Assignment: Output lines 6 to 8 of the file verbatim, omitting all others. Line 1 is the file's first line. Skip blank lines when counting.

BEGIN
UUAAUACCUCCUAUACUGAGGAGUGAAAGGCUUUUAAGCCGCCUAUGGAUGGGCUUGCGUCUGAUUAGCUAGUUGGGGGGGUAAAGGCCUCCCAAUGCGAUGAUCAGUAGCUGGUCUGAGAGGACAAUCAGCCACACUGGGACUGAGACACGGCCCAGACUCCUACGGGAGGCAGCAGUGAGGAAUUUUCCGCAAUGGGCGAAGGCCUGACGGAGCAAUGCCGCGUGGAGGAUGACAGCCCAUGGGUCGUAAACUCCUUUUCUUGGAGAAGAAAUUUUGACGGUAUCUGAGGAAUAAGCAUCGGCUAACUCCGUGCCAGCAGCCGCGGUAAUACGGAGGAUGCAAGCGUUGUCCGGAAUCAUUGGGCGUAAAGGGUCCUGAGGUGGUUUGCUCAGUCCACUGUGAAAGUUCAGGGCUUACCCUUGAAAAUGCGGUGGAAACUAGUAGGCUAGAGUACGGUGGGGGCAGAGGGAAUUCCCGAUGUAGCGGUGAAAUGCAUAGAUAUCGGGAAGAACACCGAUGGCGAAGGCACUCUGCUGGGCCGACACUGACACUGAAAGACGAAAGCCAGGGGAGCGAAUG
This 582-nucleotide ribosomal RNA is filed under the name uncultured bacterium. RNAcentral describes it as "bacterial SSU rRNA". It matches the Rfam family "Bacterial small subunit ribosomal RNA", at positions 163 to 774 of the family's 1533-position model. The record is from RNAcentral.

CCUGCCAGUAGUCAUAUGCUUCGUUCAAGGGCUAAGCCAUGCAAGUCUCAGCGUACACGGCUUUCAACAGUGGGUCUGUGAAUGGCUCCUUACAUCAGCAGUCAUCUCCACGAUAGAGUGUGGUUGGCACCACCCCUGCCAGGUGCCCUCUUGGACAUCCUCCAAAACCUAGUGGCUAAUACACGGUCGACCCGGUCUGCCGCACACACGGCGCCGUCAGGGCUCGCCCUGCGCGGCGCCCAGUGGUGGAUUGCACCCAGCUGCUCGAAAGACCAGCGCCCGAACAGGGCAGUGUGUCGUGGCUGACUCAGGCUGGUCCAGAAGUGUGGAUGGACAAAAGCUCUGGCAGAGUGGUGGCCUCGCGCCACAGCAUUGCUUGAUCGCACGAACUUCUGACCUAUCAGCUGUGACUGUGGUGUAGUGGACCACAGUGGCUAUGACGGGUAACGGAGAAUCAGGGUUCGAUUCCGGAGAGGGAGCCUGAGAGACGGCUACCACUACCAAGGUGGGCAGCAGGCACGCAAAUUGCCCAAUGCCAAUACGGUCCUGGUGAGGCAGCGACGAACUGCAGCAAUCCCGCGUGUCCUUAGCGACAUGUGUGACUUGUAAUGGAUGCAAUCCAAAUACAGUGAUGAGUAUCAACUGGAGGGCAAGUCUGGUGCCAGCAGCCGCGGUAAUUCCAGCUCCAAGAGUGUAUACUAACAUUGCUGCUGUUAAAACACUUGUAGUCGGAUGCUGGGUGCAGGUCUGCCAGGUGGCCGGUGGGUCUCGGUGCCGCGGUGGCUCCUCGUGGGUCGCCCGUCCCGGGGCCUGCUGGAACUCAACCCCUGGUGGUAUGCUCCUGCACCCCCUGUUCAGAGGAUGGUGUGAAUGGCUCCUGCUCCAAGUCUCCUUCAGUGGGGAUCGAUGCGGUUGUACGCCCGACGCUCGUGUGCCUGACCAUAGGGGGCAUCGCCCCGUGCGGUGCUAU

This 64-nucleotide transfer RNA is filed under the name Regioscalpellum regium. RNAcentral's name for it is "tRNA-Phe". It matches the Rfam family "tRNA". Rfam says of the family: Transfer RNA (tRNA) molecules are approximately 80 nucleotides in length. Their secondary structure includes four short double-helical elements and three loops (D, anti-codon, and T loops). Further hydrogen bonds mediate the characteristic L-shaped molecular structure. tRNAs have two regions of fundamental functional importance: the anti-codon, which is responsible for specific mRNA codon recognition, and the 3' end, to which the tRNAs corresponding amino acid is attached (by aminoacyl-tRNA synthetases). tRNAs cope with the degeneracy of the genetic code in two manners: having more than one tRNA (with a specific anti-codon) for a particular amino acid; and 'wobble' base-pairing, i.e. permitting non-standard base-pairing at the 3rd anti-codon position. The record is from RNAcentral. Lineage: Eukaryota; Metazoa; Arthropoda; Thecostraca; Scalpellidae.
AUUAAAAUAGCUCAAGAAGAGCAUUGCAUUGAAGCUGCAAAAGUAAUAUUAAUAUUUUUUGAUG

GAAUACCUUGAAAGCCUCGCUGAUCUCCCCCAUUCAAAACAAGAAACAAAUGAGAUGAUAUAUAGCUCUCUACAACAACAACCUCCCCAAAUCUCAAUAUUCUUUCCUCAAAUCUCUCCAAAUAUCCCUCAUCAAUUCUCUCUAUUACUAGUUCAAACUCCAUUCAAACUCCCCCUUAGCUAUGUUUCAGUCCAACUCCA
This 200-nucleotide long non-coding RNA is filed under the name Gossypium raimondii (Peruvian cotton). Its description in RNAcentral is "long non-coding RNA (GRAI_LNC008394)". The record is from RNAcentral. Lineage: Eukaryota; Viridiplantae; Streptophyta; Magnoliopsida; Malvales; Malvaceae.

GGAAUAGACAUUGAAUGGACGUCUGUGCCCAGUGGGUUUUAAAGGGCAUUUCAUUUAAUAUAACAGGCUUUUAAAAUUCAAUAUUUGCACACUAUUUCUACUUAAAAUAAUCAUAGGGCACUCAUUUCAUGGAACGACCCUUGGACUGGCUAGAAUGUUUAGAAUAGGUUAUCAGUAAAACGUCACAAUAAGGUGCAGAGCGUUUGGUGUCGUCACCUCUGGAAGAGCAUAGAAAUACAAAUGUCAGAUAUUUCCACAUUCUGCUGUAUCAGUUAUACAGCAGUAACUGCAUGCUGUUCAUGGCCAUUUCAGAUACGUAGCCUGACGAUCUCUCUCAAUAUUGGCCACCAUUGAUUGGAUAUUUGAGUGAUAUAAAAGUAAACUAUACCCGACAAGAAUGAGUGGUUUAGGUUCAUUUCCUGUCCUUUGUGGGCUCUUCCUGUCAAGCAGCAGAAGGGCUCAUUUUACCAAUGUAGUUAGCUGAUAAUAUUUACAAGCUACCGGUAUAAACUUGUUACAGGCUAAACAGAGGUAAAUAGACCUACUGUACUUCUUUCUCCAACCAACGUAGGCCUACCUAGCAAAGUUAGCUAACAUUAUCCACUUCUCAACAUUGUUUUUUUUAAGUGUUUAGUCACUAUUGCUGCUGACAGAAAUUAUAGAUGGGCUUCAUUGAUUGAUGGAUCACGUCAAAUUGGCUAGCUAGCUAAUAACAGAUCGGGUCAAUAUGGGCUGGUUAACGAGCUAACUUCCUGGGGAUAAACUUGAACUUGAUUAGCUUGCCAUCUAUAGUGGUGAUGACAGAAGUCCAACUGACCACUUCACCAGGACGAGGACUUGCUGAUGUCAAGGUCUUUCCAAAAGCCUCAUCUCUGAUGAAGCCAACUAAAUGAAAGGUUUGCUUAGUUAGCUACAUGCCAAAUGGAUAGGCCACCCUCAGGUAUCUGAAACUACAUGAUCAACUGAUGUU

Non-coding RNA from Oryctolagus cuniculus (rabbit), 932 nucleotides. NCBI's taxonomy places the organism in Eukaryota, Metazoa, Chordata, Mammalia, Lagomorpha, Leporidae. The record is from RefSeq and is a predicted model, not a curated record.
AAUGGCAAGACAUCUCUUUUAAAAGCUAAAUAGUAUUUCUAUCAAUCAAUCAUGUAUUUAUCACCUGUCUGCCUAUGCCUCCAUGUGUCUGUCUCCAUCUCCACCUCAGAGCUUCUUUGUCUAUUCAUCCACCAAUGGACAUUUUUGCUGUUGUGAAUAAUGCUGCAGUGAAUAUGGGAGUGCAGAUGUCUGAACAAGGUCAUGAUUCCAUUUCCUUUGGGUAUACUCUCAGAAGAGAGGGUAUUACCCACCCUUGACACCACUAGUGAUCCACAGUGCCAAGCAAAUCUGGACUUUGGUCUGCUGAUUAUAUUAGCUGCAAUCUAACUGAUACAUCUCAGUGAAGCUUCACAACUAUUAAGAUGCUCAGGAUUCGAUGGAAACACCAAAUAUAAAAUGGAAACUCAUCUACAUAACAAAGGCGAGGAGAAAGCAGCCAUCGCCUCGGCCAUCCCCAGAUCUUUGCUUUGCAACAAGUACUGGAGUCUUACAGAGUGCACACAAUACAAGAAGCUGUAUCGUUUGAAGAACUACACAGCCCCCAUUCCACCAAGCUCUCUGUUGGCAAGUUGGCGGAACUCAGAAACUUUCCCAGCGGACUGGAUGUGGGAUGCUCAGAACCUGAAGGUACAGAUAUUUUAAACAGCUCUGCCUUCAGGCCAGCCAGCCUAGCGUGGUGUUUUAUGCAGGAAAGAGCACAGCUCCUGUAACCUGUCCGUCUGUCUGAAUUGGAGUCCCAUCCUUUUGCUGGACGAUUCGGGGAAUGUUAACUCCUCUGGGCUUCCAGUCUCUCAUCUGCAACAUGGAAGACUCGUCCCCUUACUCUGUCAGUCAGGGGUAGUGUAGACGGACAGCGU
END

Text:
GAAUACCUUGAAAGCCUCGCUGAUCUCCCCCAUUCAAAACAAGAAACAAAUGAGAUGAUAUAUAGCUCUCUACAACAACAACCUCCCCAAAUCUCAAUAUUCUUUCCUCAAAUCUCUCCAAAUAUCCCUCAUCAAUUCUCUCUAUUACUAGUUCAAACUCCAUUCAAACUCCCCCUUAGCUAUGUUUCAGUCCAACUCCA
This 200-nucleotide long non-coding RNA is filed under the name Gossypium raimondii (Peruvian cotton). Its description in RNAcentral is "long non-coding RNA (GRAI_LNC008394)". The record is from RNAcentral. Lineage: Eukaryota; Viridiplantae; Streptophyta; Magnoliopsida; Malvales; Malvaceae.

GGAAUAGACAUUGAAUGGACGUCUGUGCCCAGUGGGUUUUAAAGGGCAUUUCAUUUAAUAUAACAGGCUUUUAAAAUUCAAUAUUUGCACACUAUUUCUACUUAAAAUAAUCAUAGGGCACUCAUUUCAUGGAACGACCCUUGGACUGGCUAGAAUGUUUAGAAUAGGUUAUCAGUAAAACGUCACAAUAAGGUGCAGAGCGUUUGGUGUCGUCACCUCUGGAAGAGCAUAGAAAUACAAAUGUCAGAUAUUUCCACAUUCUGCUGUAUCAGUUAUACAGCAGUAACUGCAUGCUGUUCAUGGCCAUUUCAGAUACGUAGCCUGACGAUCUCUCUCAAUAUUGGCCACCAUUGAUUGGAUAUUUGAGUGAUAUAAAAGUAAACUAUACCCGACAAGAAUGAGUGGUUUAGGUUCAUUUCCUGUCCUUUGUGGGCUCUUCCUGUCAAGCAGCAGAAGGGCUCAUUUUACCAAUGUAGUUAGCUGAUAAUAUUUACAAGCUACCGGUAUAAACUUGUUACAGGCUAAACAGAGGUAAAUAGACCUACUGUACUUCUUUCUCCAACCAACGUAGGCCUACCUAGCAAAGUUAGCUAACAUUAUCCACUUCUCAACAUUGUUUUUUUUAAGUGUUUAGUCACUAUUGCUGCUGACAGAAAUUAUAGAUGGGCUUCAUUGAUUGAUGGAUCACGUCAAAUUGGCUAGCUAGCUAAUAACAGAUCGGGUCAAUAUGGGCUGGUUAACGAGCUAACUUCCUGGGGAUAAACUUGAACUUGAUUAGCUUGCCAUCUAUAGUGGUGAUGACAGAAGUCCAACUGACCACUUCACCAGGACGAGGACUUGCUGAUGUCAAGGUCUUUCCAAAAGCCUCAUCUCUGAUGAAGCCAACUAAAUGAAAGGUUUGCUUAGUUAGCUACAUGCCAAAUGGAUAGGCCACCCUCAGGUAUCUGAAACUACAUGAUCAACUGAUGUU